European Commissioner Poul Nielson announces more than 25 Million Euro in aid for victims of the Mozambican floods

News and Press Release
Originally published
Brussels, 3 March 2000 - Following his two day fact finding mission to Mozambique with Portuguese State Secretary Amado, Development and Humanitarian Aid Commissioner Poul Nielson today announced 25 Million Euro in aid for victims of the floods. This assistance includes 4.15 Million in emergency food and humanitarian aid, half of which has already been released and the remaining 2 million will be delivered shortly. Announcing this help, Mr. Nielson said "This assistance will ensure that humanitarian organisations can continue their relief work, bringing much needed help to those who have lost their homes and livelihoods and are now facing serious nutritional, hygiene and health problems. I am already preparing to release further humanitarian aid on top of these amounts".

Having witnessed the flood disaster at first hand and following his visit to the Chaquelan settlement, which holds approximately 28.000 people, Mr. Nielson recalled that whilst the ongoing rescue mission is of utmost importance, "One must not forget those who are now without shelter, food, clean water and health care."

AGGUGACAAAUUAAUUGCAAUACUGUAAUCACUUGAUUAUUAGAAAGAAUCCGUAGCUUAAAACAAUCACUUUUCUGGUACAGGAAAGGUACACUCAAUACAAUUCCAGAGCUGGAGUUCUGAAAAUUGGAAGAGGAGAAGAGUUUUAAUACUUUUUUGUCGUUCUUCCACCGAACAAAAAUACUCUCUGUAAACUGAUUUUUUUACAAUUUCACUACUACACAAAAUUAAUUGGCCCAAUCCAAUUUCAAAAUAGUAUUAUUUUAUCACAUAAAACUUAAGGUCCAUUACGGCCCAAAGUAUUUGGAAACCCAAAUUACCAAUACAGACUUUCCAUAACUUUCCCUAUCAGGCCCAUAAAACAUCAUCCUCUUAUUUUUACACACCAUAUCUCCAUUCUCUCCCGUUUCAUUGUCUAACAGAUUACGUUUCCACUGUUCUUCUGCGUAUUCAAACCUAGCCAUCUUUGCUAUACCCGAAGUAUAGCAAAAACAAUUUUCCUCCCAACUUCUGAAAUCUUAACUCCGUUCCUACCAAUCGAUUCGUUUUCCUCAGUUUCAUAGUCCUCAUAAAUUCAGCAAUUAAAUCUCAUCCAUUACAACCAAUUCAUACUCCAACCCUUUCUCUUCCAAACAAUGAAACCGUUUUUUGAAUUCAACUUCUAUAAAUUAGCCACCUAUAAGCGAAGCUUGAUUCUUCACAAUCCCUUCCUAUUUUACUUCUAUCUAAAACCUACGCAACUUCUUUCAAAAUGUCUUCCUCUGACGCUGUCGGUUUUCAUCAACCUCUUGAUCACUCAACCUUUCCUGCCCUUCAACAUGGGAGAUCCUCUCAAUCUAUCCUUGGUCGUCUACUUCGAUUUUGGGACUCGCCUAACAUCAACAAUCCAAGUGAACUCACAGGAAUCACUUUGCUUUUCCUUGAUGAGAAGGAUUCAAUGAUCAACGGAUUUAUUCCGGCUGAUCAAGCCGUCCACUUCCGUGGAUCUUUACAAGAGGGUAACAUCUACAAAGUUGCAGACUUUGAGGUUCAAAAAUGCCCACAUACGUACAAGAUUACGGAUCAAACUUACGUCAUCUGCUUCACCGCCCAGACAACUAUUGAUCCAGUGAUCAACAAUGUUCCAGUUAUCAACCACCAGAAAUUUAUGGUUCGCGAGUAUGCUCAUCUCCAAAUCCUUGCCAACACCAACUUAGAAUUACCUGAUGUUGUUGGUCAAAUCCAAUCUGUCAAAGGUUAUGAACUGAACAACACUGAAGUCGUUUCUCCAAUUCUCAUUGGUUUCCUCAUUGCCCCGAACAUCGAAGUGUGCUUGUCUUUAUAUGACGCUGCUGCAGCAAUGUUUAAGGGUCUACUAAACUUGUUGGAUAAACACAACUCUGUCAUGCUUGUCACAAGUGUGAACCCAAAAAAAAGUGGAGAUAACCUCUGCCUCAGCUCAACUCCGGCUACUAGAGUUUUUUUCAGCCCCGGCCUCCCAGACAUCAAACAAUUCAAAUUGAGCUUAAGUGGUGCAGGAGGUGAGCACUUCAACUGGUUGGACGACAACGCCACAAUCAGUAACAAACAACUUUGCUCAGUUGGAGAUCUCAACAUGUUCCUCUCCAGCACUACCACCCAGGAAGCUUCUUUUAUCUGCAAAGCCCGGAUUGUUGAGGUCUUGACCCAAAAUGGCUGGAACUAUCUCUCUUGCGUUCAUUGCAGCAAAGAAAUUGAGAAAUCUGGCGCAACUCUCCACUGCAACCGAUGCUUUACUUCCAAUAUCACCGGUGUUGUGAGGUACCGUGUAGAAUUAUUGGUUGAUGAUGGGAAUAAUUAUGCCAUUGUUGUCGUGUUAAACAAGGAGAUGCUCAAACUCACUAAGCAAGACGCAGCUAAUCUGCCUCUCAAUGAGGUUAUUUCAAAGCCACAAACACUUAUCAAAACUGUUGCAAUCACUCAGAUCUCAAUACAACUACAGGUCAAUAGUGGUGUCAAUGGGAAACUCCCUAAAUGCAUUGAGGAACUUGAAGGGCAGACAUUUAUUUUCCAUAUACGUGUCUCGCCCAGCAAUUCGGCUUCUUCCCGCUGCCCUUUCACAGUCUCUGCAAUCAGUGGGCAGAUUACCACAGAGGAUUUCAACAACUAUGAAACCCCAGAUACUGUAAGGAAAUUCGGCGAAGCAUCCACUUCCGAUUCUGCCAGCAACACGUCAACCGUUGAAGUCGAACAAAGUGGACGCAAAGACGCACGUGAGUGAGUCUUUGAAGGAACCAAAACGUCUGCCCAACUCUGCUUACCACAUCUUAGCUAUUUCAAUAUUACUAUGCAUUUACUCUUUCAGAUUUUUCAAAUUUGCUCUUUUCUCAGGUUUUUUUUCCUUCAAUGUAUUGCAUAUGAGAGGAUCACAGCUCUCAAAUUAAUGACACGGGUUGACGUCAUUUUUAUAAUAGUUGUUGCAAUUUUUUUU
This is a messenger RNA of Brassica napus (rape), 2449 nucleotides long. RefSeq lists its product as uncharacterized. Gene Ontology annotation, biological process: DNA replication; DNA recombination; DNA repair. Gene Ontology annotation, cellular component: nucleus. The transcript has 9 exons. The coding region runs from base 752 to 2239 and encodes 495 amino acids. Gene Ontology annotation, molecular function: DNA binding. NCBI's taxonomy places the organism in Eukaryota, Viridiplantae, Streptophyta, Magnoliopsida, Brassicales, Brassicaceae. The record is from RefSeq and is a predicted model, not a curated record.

In a reaction to the increasing scale of this human disaster, Mr. Nielson stressed the EU's short, medium and long-term commitment to the people of Mozambique. He announced that on initial amount of at least 21 Million Euro will be released to help the people start getting their lives back to normal once the floods subside. Mr. Nielson stated, "The EU will follow up immediate humanitarian assistance with medium and long-term rehabilitation and reconstruction efforts. The remarkable progress made in Mozambique in recent years cannot be washed aside by what is a disater on a monumental scale. The EU will stand together with victims to rebuild clinics and schools, roads and bridges, as well as cleaning mines washed dawn by the floods. Farmers and traders will be helped to rebuild their livelihoods."

In meetings with leaders of the government, Mr. Nielson stressed the need for a well coordinated effort with the Mozambican authorities and other donors to make the link between emergency and development by a regeneration programme for the region over the next 3 to 4 years.

This year, the EU will increase its development assistance to Mozambique to 150 Million Euro, (not including support from its Humanitarian Office ECHO) compared to 100 Million Euro for 1999.